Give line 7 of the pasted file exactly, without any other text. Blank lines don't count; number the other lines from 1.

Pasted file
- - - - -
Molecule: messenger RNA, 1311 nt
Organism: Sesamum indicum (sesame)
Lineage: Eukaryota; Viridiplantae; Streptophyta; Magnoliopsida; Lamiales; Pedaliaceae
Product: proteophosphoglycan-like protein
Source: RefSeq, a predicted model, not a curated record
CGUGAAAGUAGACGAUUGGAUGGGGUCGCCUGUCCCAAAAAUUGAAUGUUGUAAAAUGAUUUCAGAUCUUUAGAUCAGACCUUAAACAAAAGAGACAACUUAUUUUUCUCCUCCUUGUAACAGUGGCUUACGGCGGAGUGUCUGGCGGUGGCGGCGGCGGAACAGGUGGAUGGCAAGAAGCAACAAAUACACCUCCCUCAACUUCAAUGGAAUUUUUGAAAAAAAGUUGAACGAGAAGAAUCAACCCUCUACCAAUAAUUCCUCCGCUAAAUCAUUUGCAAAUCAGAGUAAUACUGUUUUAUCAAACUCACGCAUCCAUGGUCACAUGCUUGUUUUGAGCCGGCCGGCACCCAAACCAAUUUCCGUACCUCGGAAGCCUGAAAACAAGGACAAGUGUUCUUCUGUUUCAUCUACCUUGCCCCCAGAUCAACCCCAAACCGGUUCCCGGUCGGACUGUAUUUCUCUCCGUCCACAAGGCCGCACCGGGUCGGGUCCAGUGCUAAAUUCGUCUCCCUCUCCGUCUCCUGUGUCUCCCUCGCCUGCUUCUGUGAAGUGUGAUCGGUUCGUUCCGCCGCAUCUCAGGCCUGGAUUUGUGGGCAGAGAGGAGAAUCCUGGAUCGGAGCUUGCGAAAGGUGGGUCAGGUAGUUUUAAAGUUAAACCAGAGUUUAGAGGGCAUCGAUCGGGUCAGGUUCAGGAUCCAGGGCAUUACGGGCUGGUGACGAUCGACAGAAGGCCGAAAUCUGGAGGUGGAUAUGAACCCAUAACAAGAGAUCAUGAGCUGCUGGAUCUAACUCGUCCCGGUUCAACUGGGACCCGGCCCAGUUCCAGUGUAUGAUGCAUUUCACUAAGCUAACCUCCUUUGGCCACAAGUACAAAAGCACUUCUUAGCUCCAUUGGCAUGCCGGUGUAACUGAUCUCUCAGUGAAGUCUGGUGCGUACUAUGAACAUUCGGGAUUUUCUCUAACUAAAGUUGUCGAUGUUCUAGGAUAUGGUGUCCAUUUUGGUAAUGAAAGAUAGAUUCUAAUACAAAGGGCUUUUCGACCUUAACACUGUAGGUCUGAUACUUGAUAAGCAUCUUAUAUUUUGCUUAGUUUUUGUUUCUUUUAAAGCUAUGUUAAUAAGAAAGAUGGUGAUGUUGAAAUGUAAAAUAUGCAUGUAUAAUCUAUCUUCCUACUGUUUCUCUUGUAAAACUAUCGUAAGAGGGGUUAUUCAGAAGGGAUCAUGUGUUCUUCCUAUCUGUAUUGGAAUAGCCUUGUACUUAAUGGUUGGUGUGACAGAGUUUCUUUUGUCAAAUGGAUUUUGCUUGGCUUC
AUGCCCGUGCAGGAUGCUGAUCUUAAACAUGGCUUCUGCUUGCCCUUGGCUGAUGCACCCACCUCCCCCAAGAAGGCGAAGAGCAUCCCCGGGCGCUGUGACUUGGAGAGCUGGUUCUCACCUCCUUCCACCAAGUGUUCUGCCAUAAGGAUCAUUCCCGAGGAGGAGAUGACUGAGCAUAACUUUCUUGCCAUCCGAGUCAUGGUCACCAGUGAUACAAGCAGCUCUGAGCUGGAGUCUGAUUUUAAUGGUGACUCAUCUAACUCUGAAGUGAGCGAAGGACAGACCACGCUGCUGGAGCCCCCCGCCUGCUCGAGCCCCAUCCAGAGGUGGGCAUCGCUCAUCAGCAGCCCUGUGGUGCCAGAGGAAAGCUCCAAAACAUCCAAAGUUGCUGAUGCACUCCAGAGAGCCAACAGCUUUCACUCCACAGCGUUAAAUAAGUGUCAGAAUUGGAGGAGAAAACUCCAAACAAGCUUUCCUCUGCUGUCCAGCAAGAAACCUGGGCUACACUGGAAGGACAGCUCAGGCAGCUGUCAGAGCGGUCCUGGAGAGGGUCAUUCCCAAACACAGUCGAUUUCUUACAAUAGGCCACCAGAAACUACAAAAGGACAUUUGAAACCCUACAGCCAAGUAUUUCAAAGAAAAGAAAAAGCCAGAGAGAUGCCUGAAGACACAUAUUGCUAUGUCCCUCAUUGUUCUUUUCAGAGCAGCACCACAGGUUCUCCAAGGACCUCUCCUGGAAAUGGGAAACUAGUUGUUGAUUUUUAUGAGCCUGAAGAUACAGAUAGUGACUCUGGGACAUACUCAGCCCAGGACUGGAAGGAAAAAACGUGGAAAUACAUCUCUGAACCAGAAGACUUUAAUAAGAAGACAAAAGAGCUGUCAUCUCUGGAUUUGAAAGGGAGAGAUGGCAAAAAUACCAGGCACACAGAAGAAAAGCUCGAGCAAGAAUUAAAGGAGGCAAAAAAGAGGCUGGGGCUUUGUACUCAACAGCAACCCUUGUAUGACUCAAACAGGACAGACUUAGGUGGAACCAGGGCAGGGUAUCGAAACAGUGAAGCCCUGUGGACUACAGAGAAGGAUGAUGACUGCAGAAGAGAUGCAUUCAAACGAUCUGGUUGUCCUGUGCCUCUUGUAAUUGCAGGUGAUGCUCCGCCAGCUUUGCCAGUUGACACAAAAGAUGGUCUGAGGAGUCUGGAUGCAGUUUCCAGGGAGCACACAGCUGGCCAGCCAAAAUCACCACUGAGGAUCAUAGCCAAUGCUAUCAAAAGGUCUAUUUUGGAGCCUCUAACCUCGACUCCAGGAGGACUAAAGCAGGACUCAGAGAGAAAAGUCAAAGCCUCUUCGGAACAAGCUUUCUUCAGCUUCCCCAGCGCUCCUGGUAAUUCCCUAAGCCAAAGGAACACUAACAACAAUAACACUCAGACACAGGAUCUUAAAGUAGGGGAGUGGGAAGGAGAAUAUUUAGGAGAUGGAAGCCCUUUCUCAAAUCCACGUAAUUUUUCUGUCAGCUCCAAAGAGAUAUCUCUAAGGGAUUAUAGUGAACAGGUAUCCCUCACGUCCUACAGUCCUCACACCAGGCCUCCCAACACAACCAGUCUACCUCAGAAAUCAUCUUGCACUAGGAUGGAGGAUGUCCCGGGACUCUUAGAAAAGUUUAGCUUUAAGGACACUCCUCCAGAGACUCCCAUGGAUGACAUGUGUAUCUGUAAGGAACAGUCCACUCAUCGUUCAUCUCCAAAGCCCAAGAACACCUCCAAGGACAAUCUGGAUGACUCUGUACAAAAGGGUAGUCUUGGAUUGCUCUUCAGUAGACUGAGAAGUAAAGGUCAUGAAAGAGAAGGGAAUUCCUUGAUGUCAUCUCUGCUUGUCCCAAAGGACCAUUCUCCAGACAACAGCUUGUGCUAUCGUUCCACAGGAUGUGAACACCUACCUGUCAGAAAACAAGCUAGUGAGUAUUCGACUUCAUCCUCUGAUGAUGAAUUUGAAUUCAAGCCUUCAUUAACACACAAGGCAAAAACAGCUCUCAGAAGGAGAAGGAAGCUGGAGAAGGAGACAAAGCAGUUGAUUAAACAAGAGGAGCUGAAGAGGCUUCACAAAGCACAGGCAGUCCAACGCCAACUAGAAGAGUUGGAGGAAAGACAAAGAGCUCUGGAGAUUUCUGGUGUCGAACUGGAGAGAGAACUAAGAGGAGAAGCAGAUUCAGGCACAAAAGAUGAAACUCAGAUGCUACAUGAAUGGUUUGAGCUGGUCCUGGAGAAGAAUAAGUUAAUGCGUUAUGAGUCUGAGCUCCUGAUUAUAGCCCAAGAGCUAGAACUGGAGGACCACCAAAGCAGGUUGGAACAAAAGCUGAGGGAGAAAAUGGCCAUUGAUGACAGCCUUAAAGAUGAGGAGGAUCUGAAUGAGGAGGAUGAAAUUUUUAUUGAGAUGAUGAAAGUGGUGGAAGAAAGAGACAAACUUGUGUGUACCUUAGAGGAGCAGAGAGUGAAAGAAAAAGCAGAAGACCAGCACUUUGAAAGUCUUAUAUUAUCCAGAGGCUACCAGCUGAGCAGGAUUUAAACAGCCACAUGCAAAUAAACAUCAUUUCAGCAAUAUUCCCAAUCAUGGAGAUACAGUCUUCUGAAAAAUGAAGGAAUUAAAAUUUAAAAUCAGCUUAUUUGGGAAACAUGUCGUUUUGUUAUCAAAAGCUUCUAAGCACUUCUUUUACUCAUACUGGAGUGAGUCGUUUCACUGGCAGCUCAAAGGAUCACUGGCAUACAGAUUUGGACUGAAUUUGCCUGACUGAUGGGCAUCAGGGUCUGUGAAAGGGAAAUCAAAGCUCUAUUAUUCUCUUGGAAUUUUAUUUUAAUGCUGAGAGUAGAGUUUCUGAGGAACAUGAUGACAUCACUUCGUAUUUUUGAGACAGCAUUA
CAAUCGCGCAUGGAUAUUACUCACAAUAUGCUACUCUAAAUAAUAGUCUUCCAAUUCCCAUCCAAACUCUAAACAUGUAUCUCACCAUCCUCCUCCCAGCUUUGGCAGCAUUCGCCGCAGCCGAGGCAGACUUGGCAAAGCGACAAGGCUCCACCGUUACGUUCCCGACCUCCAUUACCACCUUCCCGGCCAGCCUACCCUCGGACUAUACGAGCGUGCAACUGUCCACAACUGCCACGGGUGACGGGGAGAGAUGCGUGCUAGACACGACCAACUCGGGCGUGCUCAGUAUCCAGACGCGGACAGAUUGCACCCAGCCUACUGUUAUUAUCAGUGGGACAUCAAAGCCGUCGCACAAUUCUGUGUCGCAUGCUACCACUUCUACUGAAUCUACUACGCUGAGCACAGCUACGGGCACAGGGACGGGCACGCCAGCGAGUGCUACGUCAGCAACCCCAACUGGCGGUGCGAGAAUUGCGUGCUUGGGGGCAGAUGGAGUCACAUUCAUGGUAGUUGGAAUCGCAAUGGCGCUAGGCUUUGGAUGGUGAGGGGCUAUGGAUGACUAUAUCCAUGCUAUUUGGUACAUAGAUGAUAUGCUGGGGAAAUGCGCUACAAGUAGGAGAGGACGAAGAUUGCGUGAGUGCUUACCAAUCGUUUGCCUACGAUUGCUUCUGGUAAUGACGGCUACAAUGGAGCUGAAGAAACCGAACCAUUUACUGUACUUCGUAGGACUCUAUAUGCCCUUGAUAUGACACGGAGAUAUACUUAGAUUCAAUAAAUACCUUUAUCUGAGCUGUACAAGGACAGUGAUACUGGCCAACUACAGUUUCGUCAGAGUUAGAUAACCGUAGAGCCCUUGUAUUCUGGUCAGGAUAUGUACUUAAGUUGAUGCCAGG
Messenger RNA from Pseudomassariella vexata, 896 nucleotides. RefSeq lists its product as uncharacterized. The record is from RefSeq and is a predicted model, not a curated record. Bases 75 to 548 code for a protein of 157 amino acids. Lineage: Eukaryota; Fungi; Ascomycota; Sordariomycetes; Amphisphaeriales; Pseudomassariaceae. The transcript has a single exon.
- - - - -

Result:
AUGCCCGUGCAGGAUGCUGAUCUUAAACAUGGCUUCUGCUUGCCCUUGGCUGAUGCACCCACCUCCCCCAAGAAGGCGAAGAGCAUCCCCGGGCGCUGUGACUUGGAGAGCUGGUUCUCACCUCCUUCCACCAAGUGUUCUGCCAUAAGGAUCAUUCCCGAGGAGGAGAUGACUGAGCAUAACUUUCUUGCCAUCCGAGUCAUGGUCACCAGUGAUACAAGCAGCUCUGAGCUGGAGUCUGAUUUUAAUGGUGACUCAUCUAACUCUGAAGUGAGCGAAGGACAGACCACGCUGCUGGAGCCCCCCGCCUGCUCGAGCCCCAUCCAGAGGUGGGCAUCGCUCAUCAGCAGCCCUGUGGUGCCAGAGGAAAGCUCCAAAACAUCCAAAGUUGCUGAUGCACUCCAGAGAGCCAACAGCUUUCACUCCACAGCGUUAAAUAAGUGUCAGAAUUGGAGGAGAAAACUCCAAACAAGCUUUCCUCUGCUGUCCAGCAAGAAACCUGGGCUACACUGGAAGGACAGCUCAGGCAGCUGUCAGAGCGGUCCUGGAGAGGGUCAUUCCCAAACACAGUCGAUUUCUUACAAUAGGCCACCAGAAACUACAAAAGGACAUUUGAAACCCUACAGCCAAGUAUUUCAAAGAAAAGAAAAAGCCAGAGAGAUGCCUGAAGACACAUAUUGCUAUGUCCCUCAUUGUUCUUUUCAGAGCAGCACCACAGGUUCUCCAAGGACCUCUCCUGGAAAUGGGAAACUAGUUGUUGAUUUUUAUGAGCCUGAAGAUACAGAUAGUGACUCUGGGACAUACUCAGCCCAGGACUGGAAGGAAAAAACGUGGAAAUACAUCUCUGAACCAGAAGACUUUAAUAAGAAGACAAAAGAGCUGUCAUCUCUGGAUUUGAAAGGGAGAGAUGGCAAAAAUACCAGGCACACAGAAGAAAAGCUCGAGCAAGAAUUAAAGGAGGCAAAAAAGAGGCUGGGGCUUUGUACUCAACAGCAACCCUUGUAUGACUCAAACAGGACAGACUUAGGUGGAACCAGGGCAGGGUAUCGAAACAGUGAAGCCCUGUGGACUACAGAGAAGGAUGAUGACUGCAGAAGAGAUGCAUUCAAACGAUCUGGUUGUCCUGUGCCUCUUGUAAUUGCAGGUGAUGCUCCGCCAGCUUUGCCAGUUGACACAAAAGAUGGUCUGAGGAGUCUGGAUGCAGUUUCCAGGGAGCACACAGCUGGCCAGCCAAAAUCACCACUGAGGAUCAUAGCCAAUGCUAUCAAAAGGUCUAUUUUGGAGCCUCUAACCUCGACUCCAGGAGGACUAAAGCAGGACUCAGAGAGAAAAGUCAAAGCCUCUUCGGAACAAGCUUUCUUCAGCUUCCCCAGCGCUCCUGGUAAUUCCCUAAGCCAAAGGAACACUAACAACAAUAACACUCAGACACAGGAUCUUAAAGUAGGGGAGUGGGAAGGAGAAUAUUUAGGAGAUGGAAGCCCUUUCUCAAAUCCACGUAAUUUUUCUGUCAGCUCCAAAGAGAUAUCUCUAAGGGAUUAUAGUGAACAGGUAUCCCUCACGUCCUACAGUCCUCACACCAGGCCUCCCAACACAACCAGUCUACCUCAGAAAUCAUCUUGCACUAGGAUGGAGGAUGUCCCGGGACUCUUAGAAAAGUUUAGCUUUAAGGACACUCCUCCAGAGACUCCCAUGGAUGACAUGUGUAUCUGUAAGGAACAGUCCACUCAUCGUUCAUCUCCAAAGCCCAAGAACACCUCCAAGGACAAUCUGGAUGACUCUGUACAAAAGGGUAGUCUUGGAUUGCUCUUCAGUAGACUGAGAAGUAAAGGUCAUGAAAGAGAAGGGAAUUCCUUGAUGUCAUCUCUGCUUGUCCCAAAGGACCAUUCUCCAGACAACAGCUUGUGCUAUCGUUCCACAGGAUGUGAACACCUACCUGUCAGAAAACAAGCUAGUGAGUAUUCGACUUCAUCCUCUGAUGAUGAAUUUGAAUUCAAGCCUUCAUUAACACACAAGGCAAAAACAGCUCUCAGAAGGAGAAGGAAGCUGGAGAAGGAGACAAAGCAGUUGAUUAAACAAGAGGAGCUGAAGAGGCUUCACAAAGCACAGGCAGUCCAACGCCAACUAGAAGAGUUGGAGGAAAGACAAAGAGCUCUGGAGAUUUCUGGUGUCGAACUGGAGAGAGAACUAAGAGGAGAAGCAGAUUCAGGCACAAAAGAUGAAACUCAGAUGCUACAUGAAUGGUUUGAGCUGGUCCUGGAGAAGAAUAAGUUAAUGCGUUAUGAGUCUGAGCUCCUGAUUAUAGCCCAAGAGCUAGAACUGGAGGACCACCAAAGCAGGUUGGAACAAAAGCUGAGGGAGAAAAUGGCCAUUGAUGACAGCCUUAAAGAUGAGGAGGAUCUGAAUGAGGAGGAUGAAAUUUUUAUUGAGAUGAUGAAAGUGGUGGAAGAAAGAGACAAACUUGUGUGUACCUUAGAGGAGCAGAGAGUGAAAGAAAAAGCAGAAGACCAGCACUUUGAAAGUCUUAUAUUAUCCAGAGGCUACCAGCUGAGCAGGAUUUAAACAGCCACAUGCAAAUAAACAUCAUUUCAGCAAUAUUCCCAAUCAUGGAGAUACAGUCUUCUGAAAAAUGAAGGAAUUAAAAUUUAAAAUCAGCUUAUUUGGGAAACAUGUCGUUUUGUUAUCAAAAGCUUCUAAGCACUUCUUUUACUCAUACUGGAGUGAGUCGUUUCACUGGCAGCUCAAAGGAUCACUGGCAUACAGAUUUGGACUGAAUUUGCCUGACUGAUGGGCAUCAGGGUCUGUGAAAGGGAAAUCAAAGCUCUAUUAUUCUCUUGGAAUUUUAUUUUAAUGCUGAGAGUAGAGUUUCUGAGGAACAUGAUGACAUCACUUCGUAUUUUUGAGACAGCAUUA